In the world of construction, there are probably as many different ways to put up a building as there are buildings themselves. But creating a pioneering, forward-thinking, and above all, sustainable construction industry requires a lot more than just bricks and mortar. Building relationships, connecting a community with a shared purpose, and laying the foundation for future generations of industry professionals to carry the torch of innovation further are all paramount. It’s this kind of inclusive, future-oriented attitude that forms the ethos behind PCI Mountain States, a division of the Precast Concrete Institute headquartered in Denver, Colorado. Since its inception in 2015 (following the pioneering work done in precast concrete by its predecessor company Colorado Prestressors), PCI Mountain States has expanded its mission of taking precast concrete solutions to the mass construction market in leaps and bounds, supporting producers and promoting localized marketing in Colorado, Idaho, Montana, Utah, and Wyoming, as well as online.
The man leading this mission is Executive Director Jim Schneider, who came on board in 2019, having previously served as Manager of Industry Communications at PCI’s national office. As Schneider neatly puts it, “our primary product is education.” He stresses the need to break through the current preconceptions in the construction industry about what this modern material is or can be, and the kinds of buildings in which it has significant practical applications. These are far-ranging, from schools to hospitals, office blocks to bridges, with precast concrete offering substantial advantages in terms of sustainability, energy efficiency, and architectural expression. Until now, however, it seems that a significant number of architects and engineers have had a somewhat outdated view of the material, often seeing it as being only fit for utilitarian structures like parking garages.
Schneider and his team aim to change this mindset and broaden the possibilities for the construction industry. It’s no understatement to say that PCI sees itself in the role of a kind of evangelist for precast concrete as the construction material of the 21st century and beyond. After all, it’s durable, long-lasting, quick to erect, and has maximum flexibility and versatility in terms of structural shapes, colors, textures, and finishes, while also being safe and cost-effective. The problem, as Schneider sees it, is that many people in the industry don’t fully understand its potential – particularly those whose professional education focused on other materials, such as steel, wood, and cast-in-place concrete.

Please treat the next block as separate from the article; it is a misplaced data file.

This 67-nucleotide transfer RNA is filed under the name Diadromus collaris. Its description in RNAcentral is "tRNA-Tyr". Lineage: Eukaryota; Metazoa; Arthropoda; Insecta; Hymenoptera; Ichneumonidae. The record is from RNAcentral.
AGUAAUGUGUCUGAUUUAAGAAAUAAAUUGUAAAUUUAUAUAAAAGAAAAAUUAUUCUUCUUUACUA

With the above goal in mind, PCI Mountain States has developed a comprehensive, multi-pronged approach to reeducating the construction industry, focusing particularly on a new generation of architects, engineers, and designers. As with many organizations around the world, these education programs were forced to move online during the COVID-19 pandemic, restricting the in-person presentations and seminars that were previously a central focus. But in a pandemic success story that has become more and more common, rather than slowing things down, the move into online content, webinars, and Zoom presentations, has resulted in a new, modern hybrid approach that has become a real asset, widening the reach of this information campaign.
“PCI Mountain States was also a major sponsor of Transportation and Construction GIRL in 2022, an annual fair that encourages and empowers girls to get involved in the trades.”
In general, the focus is less on the “hard sell” of precast concrete as a product, and more on educating the construction industry on its many benefits and use cases. This in itself is a testament to the organization’s faith in the material’s ability to speak for itself. To this end, PCI Mountain States has created a range of new, highly informative content targeted at architects and engineers specifically, emphasizing key topics like sustainability, resilience, aesthetics, and long-term advantages. In a particularly forward-thinking approach, its main target audience is not established professionals (although efforts are made to reach this important demographic as well), but students who are currently working towards becoming the next generation of the construction industry. PCI International funds student outreach programs around the country, including at the CSU engineering studio, the architecture studio at CU Denver, the design studio at Idaho State University, and a new engineering studio at BYU, as well as outreach to a number of trade schools. PCI Mountain States was also a major sponsor of Transportation and Construction GIRL in 2022, an annual fair that encourages and empowers girls to get involved in the trades.